Isabelle Adjani lionized in Techine's lost masterpiece
By Armond White (ė.jpg)Isabelle Adjani's screen work is ethereal yet passionate. Once compared to James Dean at the time of her breakthrough role in Francois Truffaut's 1975 The Story of Adele H., her artistry most resembles Lillian Gish's but less maidenly and always open to a streak of madness. As a movie star, Adjani doesn't embody her times so much as the cinema itself.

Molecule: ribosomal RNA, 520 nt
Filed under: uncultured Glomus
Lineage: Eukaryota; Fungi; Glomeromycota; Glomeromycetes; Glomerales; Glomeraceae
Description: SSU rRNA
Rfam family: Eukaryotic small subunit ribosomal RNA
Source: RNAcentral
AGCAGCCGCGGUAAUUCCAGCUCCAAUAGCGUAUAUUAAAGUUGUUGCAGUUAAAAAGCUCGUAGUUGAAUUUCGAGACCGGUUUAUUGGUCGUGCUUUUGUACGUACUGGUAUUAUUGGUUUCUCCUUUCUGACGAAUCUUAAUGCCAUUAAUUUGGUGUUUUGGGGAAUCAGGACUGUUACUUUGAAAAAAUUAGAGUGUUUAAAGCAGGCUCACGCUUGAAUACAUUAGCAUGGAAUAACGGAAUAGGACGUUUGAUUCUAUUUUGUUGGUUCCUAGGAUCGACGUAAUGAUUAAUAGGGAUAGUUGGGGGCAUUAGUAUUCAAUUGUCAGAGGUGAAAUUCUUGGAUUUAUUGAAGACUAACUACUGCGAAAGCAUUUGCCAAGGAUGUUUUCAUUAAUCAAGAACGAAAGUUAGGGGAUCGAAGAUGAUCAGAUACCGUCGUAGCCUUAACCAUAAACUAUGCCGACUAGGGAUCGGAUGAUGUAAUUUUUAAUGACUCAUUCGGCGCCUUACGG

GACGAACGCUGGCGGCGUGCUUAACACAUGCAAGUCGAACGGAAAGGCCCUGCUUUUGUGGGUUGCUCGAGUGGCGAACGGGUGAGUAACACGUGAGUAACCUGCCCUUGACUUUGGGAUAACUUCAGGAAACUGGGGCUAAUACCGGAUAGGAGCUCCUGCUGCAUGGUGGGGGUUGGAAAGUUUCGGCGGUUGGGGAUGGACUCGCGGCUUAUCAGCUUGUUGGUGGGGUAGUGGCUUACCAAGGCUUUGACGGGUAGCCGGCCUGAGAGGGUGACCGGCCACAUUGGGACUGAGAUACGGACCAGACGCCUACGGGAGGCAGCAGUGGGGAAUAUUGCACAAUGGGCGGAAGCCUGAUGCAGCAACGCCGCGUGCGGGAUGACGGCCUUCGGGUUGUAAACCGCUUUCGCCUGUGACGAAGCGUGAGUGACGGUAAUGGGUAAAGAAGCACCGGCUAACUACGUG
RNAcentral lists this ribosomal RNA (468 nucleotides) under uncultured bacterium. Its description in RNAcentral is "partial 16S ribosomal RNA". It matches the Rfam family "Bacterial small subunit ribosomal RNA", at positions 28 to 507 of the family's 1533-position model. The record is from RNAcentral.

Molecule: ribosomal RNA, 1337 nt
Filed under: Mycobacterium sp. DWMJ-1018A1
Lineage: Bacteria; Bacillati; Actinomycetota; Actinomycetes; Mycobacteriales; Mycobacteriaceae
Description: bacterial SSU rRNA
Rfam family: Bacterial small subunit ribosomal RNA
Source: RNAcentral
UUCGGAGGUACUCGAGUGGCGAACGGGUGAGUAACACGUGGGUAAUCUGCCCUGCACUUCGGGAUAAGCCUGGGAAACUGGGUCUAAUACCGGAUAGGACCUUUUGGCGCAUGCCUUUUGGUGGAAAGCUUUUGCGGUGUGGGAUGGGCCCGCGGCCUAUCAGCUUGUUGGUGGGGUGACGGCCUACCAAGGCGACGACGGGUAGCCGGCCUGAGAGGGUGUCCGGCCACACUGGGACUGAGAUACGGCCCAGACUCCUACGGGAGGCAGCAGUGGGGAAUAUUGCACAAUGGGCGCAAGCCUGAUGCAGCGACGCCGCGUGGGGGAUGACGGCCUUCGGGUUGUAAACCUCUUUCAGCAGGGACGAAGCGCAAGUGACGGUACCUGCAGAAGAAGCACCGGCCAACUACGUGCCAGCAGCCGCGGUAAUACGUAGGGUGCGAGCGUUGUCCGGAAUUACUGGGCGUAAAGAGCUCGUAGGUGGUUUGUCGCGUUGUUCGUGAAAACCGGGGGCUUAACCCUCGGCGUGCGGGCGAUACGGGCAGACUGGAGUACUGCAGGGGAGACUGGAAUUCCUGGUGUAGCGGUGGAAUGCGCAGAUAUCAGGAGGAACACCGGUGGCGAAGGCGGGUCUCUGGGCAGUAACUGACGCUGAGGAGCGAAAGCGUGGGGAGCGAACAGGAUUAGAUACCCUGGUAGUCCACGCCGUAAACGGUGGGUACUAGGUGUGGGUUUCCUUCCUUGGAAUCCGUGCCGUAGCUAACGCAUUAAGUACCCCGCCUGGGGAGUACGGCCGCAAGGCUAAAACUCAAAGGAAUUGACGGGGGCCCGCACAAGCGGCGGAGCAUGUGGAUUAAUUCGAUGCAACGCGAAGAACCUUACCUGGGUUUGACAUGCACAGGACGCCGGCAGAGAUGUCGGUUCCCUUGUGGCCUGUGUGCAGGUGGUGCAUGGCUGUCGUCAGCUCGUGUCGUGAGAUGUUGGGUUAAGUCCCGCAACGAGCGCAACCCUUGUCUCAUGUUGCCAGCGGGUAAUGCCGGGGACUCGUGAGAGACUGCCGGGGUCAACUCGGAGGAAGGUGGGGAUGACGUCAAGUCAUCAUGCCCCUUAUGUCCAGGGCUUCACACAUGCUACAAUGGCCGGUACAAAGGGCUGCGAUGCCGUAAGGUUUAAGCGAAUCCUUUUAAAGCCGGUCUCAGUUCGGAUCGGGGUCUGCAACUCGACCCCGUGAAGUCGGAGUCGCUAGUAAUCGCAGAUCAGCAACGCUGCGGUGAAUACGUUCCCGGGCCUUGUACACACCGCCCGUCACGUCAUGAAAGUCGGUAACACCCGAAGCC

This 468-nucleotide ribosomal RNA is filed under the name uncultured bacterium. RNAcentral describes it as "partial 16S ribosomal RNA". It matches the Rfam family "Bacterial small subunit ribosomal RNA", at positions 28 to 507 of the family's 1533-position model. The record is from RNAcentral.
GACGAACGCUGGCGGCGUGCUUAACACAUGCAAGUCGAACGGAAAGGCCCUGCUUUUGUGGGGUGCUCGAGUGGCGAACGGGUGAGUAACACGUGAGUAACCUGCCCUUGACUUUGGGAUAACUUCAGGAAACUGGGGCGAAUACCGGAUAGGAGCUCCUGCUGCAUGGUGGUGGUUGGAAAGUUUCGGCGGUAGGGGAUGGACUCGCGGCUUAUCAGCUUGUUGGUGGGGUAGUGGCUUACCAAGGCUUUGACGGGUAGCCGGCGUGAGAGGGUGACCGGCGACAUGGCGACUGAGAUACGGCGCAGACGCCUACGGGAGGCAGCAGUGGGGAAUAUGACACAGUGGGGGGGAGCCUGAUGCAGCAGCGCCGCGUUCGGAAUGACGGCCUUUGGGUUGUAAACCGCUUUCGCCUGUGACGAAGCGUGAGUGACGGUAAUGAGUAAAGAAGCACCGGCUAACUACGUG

This proposition inspires "ADJANI" the two-week tribute to the French actress at the Brooklyn Academy of Music's Cinematek. It starts with one of her most amazing films: Andre Techine's 1979 The Bronte Sisters. (March 8, though not shown in the U.S. since appearing at a French Film Festival at the 57th Street Playhouse in 1980). This exceptional bio-pic was made at the prodigious height of Techine's directorial commencement-a prestige project bringing Adjani together with France's other Isabelle, Huppert. Techine included Marie-France Pisier, the scene-stealer of his 1975 French Provincial, to respectively portray Emily, Anne and Charlotte, Britain's trio of romantic gothic authors.